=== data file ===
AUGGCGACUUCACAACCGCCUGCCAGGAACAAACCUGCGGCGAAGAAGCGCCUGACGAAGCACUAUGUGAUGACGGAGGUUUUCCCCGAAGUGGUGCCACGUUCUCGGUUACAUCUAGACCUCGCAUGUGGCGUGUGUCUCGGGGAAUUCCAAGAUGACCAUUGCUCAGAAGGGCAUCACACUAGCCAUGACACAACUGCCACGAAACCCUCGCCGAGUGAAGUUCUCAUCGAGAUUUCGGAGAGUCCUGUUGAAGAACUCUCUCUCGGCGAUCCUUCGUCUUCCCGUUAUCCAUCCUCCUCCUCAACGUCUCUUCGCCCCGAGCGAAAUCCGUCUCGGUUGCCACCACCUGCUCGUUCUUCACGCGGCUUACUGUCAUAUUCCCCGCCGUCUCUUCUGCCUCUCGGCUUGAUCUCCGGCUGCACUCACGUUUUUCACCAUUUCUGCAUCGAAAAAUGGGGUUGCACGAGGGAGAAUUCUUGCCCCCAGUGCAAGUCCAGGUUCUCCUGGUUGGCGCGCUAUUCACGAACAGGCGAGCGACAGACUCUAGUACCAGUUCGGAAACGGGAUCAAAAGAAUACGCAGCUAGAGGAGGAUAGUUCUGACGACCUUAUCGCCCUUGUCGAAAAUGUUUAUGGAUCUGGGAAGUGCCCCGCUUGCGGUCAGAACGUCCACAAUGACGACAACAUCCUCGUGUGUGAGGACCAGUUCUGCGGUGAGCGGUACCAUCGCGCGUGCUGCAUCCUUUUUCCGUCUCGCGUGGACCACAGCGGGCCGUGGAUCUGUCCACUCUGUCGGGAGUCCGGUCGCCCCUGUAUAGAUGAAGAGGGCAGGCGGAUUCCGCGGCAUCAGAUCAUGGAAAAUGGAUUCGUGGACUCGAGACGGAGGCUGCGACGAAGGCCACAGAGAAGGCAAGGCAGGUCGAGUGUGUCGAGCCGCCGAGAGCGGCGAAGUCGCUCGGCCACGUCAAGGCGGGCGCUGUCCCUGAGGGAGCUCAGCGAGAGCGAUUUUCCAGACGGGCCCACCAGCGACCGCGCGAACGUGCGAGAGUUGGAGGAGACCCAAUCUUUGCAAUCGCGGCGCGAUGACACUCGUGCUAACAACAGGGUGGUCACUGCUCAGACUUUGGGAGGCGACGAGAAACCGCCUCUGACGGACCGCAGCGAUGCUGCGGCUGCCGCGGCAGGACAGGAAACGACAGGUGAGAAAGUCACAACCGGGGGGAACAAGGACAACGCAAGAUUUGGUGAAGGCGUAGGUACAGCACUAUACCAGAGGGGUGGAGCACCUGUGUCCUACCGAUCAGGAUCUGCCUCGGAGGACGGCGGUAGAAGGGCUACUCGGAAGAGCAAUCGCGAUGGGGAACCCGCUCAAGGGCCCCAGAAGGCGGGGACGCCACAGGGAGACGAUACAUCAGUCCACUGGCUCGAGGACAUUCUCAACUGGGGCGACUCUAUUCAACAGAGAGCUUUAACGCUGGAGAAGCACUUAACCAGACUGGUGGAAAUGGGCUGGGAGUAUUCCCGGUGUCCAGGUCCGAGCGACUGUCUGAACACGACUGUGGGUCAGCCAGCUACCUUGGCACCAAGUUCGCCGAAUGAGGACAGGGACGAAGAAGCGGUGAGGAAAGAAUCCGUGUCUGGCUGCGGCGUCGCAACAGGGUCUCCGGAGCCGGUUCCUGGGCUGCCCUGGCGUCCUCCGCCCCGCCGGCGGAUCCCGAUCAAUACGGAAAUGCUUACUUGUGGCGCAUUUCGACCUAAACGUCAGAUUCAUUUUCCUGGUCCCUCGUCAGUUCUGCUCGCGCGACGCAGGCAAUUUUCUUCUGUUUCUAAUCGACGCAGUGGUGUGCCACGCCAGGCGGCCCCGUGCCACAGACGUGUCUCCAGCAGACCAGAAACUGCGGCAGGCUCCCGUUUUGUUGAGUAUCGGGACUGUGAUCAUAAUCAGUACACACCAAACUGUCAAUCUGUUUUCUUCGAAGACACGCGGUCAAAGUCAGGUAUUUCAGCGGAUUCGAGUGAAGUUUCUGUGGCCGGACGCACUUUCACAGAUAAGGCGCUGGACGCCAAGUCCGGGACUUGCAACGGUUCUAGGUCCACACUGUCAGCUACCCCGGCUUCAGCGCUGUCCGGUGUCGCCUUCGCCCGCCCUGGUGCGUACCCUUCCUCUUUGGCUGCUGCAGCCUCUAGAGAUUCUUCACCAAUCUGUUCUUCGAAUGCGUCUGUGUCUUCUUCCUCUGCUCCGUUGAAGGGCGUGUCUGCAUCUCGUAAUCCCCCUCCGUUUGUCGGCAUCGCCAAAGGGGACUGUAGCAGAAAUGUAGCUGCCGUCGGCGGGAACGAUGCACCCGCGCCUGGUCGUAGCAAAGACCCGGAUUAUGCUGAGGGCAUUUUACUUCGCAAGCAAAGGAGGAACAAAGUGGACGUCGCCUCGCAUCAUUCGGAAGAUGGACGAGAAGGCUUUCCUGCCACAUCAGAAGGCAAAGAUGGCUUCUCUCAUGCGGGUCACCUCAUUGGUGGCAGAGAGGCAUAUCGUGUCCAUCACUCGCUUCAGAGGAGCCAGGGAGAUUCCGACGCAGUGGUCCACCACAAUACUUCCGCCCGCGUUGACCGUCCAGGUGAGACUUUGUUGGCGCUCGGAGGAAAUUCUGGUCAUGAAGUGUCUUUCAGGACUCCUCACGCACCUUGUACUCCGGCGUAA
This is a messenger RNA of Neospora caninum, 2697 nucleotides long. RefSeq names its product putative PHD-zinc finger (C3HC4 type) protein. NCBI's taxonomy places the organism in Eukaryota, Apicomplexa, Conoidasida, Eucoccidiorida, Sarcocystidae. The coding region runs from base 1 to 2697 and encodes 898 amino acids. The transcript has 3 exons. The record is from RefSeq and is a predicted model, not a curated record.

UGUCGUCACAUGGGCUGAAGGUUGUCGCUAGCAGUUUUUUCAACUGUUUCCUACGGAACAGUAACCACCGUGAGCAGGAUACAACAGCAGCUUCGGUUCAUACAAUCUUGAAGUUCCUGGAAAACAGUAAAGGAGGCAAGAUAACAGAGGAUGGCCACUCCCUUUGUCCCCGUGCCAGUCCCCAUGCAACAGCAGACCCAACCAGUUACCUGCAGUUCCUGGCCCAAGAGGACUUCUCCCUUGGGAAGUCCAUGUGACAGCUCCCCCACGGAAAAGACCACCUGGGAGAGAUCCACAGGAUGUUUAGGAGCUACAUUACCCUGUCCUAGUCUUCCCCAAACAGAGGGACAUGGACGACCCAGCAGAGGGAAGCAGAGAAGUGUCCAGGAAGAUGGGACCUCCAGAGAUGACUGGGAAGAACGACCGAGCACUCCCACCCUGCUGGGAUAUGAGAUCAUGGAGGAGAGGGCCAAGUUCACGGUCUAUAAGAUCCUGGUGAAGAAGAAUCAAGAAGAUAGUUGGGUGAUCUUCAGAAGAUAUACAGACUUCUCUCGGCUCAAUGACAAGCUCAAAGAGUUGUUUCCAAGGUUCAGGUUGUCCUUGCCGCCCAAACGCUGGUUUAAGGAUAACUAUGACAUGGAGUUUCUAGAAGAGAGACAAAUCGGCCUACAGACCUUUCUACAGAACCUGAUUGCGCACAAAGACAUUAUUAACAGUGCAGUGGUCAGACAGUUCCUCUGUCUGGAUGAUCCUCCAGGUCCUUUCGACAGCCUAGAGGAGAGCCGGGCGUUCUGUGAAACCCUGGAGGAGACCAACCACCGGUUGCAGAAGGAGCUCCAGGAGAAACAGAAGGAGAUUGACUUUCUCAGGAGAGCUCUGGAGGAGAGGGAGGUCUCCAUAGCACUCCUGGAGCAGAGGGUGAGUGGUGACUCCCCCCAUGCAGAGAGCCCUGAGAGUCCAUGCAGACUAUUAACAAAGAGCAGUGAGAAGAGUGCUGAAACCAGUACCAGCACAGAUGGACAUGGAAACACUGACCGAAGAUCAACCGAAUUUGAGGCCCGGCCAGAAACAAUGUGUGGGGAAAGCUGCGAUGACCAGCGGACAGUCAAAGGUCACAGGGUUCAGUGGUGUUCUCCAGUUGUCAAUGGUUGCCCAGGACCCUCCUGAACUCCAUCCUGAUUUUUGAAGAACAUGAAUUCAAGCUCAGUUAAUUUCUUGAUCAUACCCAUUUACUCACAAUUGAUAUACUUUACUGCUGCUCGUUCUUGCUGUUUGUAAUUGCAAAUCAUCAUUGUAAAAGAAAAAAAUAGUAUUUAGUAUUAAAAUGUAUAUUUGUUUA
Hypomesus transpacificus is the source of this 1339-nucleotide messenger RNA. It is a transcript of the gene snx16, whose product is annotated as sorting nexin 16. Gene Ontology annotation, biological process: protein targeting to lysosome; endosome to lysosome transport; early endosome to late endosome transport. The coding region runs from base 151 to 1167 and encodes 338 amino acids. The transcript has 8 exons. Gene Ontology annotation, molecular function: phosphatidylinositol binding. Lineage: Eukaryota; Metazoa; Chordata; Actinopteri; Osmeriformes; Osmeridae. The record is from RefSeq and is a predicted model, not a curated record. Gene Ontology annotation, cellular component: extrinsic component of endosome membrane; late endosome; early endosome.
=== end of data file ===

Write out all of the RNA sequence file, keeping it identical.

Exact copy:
AUGGCGACUUCACAACCGCCUGCCAGGAACAAACCUGCGGCGAAGAAGCGCCUGACGAAGCACUAUGUGAUGACGGAGGUUUUCCCCGAAGUGGUGCCACGUUCUCGGUUACAUCUAGACCUCGCAUGUGGCGUGUGUCUCGGGGAAUUCCAAGAUGACCAUUGCUCAGAAGGGCAUCACACUAGCCAUGACACAACUGCCACGAAACCCUCGCCGAGUGAAGUUCUCAUCGAGAUUUCGGAGAGUCCUGUUGAAGAACUCUCUCUCGGCGAUCCUUCGUCUUCCCGUUAUCCAUCCUCCUCCUCAACGUCUCUUCGCCCCGAGCGAAAUCCGUCUCGGUUGCCACCACCUGCUCGUUCUUCACGCGGCUUACUGUCAUAUUCCCCGCCGUCUCUUCUGCCUCUCGGCUUGAUCUCCGGCUGCACUCACGUUUUUCACCAUUUCUGCAUCGAAAAAUGGGGUUGCACGAGGGAGAAUUCUUGCCCCCAGUGCAAGUCCAGGUUCUCCUGGUUGGCGCGCUAUUCACGAACAGGCGAGCGACAGACUCUAGUACCAGUUCGGAAACGGGAUCAAAAGAAUACGCAGCUAGAGGAGGAUAGUUCUGACGACCUUAUCGCCCUUGUCGAAAAUGUUUAUGGAUCUGGGAAGUGCCCCGCUUGCGGUCAGAACGUCCACAAUGACGACAACAUCCUCGUGUGUGAGGACCAGUUCUGCGGUGAGCGGUACCAUCGCGCGUGCUGCAUCCUUUUUCCGUCUCGCGUGGACCACAGCGGGCCGUGGAUCUGUCCACUCUGUCGGGAGUCCGGUCGCCCCUGUAUAGAUGAAGAGGGCAGGCGGAUUCCGCGGCAUCAGAUCAUGGAAAAUGGAUUCGUGGACUCGAGACGGAGGCUGCGACGAAGGCCACAGAGAAGGCAAGGCAGGUCGAGUGUGUCGAGCCGCCGAGAGCGGCGAAGUCGCUCGGCCACGUCAAGGCGGGCGCUGUCCCUGAGGGAGCUCAGCGAGAGCGAUUUUCCAGACGGGCCCACCAGCGACCGCGCGAACGUGCGAGAGUUGGAGGAGACCCAAUCUUUGCAAUCGCGGCGCGAUGACACUCGUGCUAACAACAGGGUGGUCACUGCUCAGACUUUGGGAGGCGACGAGAAACCGCCUCUGACGGACCGCAGCGAUGCUGCGGCUGCCGCGGCAGGACAGGAAACGACAGGUGAGAAAGUCACAACCGGGGGGAACAAGGACAACGCAAGAUUUGGUGAAGGCGUAGGUACAGCACUAUACCAGAGGGGUGGAGCACCUGUGUCCUACCGAUCAGGAUCUGCCUCGGAGGACGGCGGUAGAAGGGCUACUCGGAAGAGCAAUCGCGAUGGGGAACCCGCUCAAGGGCCCCAGAAGGCGGGGACGCCACAGGGAGACGAUACAUCAGUCCACUGGCUCGAGGACAUUCUCAACUGGGGCGACUCUAUUCAACAGAGAGCUUUAACGCUGGAGAAGCACUUAACCAGACUGGUGGAAAUGGGCUGGGAGUAUUCCCGGUGUCCAGGUCCGAGCGACUGUCUGAACACGACUGUGGGUCAGCCAGCUACCUUGGCACCAAGUUCGCCGAAUGAGGACAGGGACGAAGAAGCGGUGAGGAAAGAAUCCGUGUCUGGCUGCGGCGUCGCAACAGGGUCUCCGGAGCCGGUUCCUGGGCUGCCCUGGCGUCCUCCGCCCCGCCGGCGGAUCCCGAUCAAUACGGAAAUGCUUACUUGUGGCGCAUUUCGACCUAAACGUCAGAUUCAUUUUCCUGGUCCCUCGUCAGUUCUGCUCGCGCGACGCAGGCAAUUUUCUUCUGUUUCUAAUCGACGCAGUGGUGUGCCACGCCAGGCGGCCCCGUGCCACAGACGUGUCUCCAGCAGACCAGAAACUGCGGCAGGCUCCCGUUUUGUUGAGUAUCGGGACUGUGAUCAUAAUCAGUACACACCAAACUGUCAAUCUGUUUUCUUCGAAGACACGCGGUCAAAGUCAGGUAUUUCAGCGGAUUCGAGUGAAGUUUCUGUGGCCGGACGCACUUUCACAGAUAAGGCGCUGGACGCCAAGUCCGGGACUUGCAACGGUUCUAGGUCCACACUGUCAGCUACCCCGGCUUCAGCGCUGUCCGGUGUCGCCUUCGCCCGCCCUGGUGCGUACCCUUCCUCUUUGGCUGCUGCAGCCUCUAGAGAUUCUUCACCAAUCUGUUCUUCGAAUGCGUCUGUGUCUUCUUCCUCUGCUCCGUUGAAGGGCGUGUCUGCAUCUCGUAAUCCCCCUCCGUUUGUCGGCAUCGCCAAAGGGGACUGUAGCAGAAAUGUAGCUGCCGUCGGCGGGAACGAUGCACCCGCGCCUGGUCGUAGCAAAGACCCGGAUUAUGCUGAGGGCAUUUUACUUCGCAAGCAAAGGAGGAACAAAGUGGACGUCGCCUCGCAUCAUUCGGAAGAUGGACGAGAAGGCUUUCCUGCCACAUCAGAAGGCAAAGAUGGCUUCUCUCAUGCGGGUCACCUCAUUGGUGGCAGAGAGGCAUAUCGUGUCCAUCACUCGCUUCAGAGGAGCCAGGGAGAUUCCGACGCAGUGGUCCACCACAAUACUUCCGCCCGCGUUGACCGUCCAGGUGAGACUUUGUUGGCGCUCGGAGGAAAUUCUGGUCAUGAAGUGUCUUUCAGGACUCCUCACGCACCUUGUACUCCGGCGUAA
This is a messenger RNA of Neospora caninum, 2697 nucleotides long. RefSeq names its product putative PHD-zinc finger (C3HC4 type) protein. NCBI's taxonomy places the organism in Eukaryota, Apicomplexa, Conoidasida, Eucoccidiorida, Sarcocystidae. The coding region runs from base 1 to 2697 and encodes 898 amino acids. The transcript has 3 exons. The record is from RefSeq and is a predicted model, not a curated record.

UGUCGUCACAUGGGCUGAAGGUUGUCGCUAGCAGUUUUUUCAACUGUUUCCUACGGAACAGUAACCACCGUGAGCAGGAUACAACAGCAGCUUCGGUUCAUACAAUCUUGAAGUUCCUGGAAAACAGUAAAGGAGGCAAGAUAACAGAGGAUGGCCACUCCCUUUGUCCCCGUGCCAGUCCCCAUGCAACAGCAGACCCAACCAGUUACCUGCAGUUCCUGGCCCAAGAGGACUUCUCCCUUGGGAAGUCCAUGUGACAGCUCCCCCACGGAAAAGACCACCUGGGAGAGAUCCACAGGAUGUUUAGGAGCUACAUUACCCUGUCCUAGUCUUCCCCAAACAGAGGGACAUGGACGACCCAGCAGAGGGAAGCAGAGAAGUGUCCAGGAAGAUGGGACCUCCAGAGAUGACUGGGAAGAACGACCGAGCACUCCCACCCUGCUGGGAUAUGAGAUCAUGGAGGAGAGGGCCAAGUUCACGGUCUAUAAGAUCCUGGUGAAGAAGAAUCAAGAAGAUAGUUGGGUGAUCUUCAGAAGAUAUACAGACUUCUCUCGGCUCAAUGACAAGCUCAAAGAGUUGUUUCCAAGGUUCAGGUUGUCCUUGCCGCCCAAACGCUGGUUUAAGGAUAACUAUGACAUGGAGUUUCUAGAAGAGAGACAAAUCGGCCUACAGACCUUUCUACAGAACCUGAUUGCGCACAAAGACAUUAUUAACAGUGCAGUGGUCAGACAGUUCCUCUGUCUGGAUGAUCCUCCAGGUCCUUUCGACAGCCUAGAGGAGAGCCGGGCGUUCUGUGAAACCCUGGAGGAGACCAACCACCGGUUGCAGAAGGAGCUCCAGGAGAAACAGAAGGAGAUUGACUUUCUCAGGAGAGCUCUGGAGGAGAGGGAGGUCUCCAUAGCACUCCUGGAGCAGAGGGUGAGUGGUGACUCCCCCCAUGCAGAGAGCCCUGAGAGUCCAUGCAGACUAUUAACAAAGAGCAGUGAGAAGAGUGCUGAAACCAGUACCAGCACAGAUGGACAUGGAAACACUGACCGAAGAUCAACCGAAUUUGAGGCCCGGCCAGAAACAAUGUGUGGGGAAAGCUGCGAUGACCAGCGGACAGUCAAAGGUCACAGGGUUCAGUGGUGUUCUCCAGUUGUCAAUGGUUGCCCAGGACCCUCCUGAACUCCAUCCUGAUUUUUGAAGAACAUGAAUUCAAGCUCAGUUAAUUUCUUGAUCAUACCCAUUUACUCACAAUUGAUAUACUUUACUGCUGCUCGUUCUUGCUGUUUGUAAUUGCAAAUCAUCAUUGUAAAAGAAAAAAAUAGUAUUUAGUAUUAAAAUGUAUAUUUGUUUA
Hypomesus transpacificus is the source of this 1339-nucleotide messenger RNA. It is a transcript of the gene snx16, whose product is annotated as sorting nexin 16. Gene Ontology annotation, biological process: protein targeting to lysosome; endosome to lysosome transport; early endosome to late endosome transport. The coding region runs from base 151 to 1167 and encodes 338 amino acids. The transcript has 8 exons. Gene Ontology annotation, molecular function: phosphatidylinositol binding. Lineage: Eukaryota; Metazoa; Chordata; Actinopteri; Osmeriformes; Osmeridae. The record is from RefSeq and is a predicted model, not a curated record. Gene Ontology annotation, cellular component: extrinsic component of endosome membrane; late endosome; early endosome.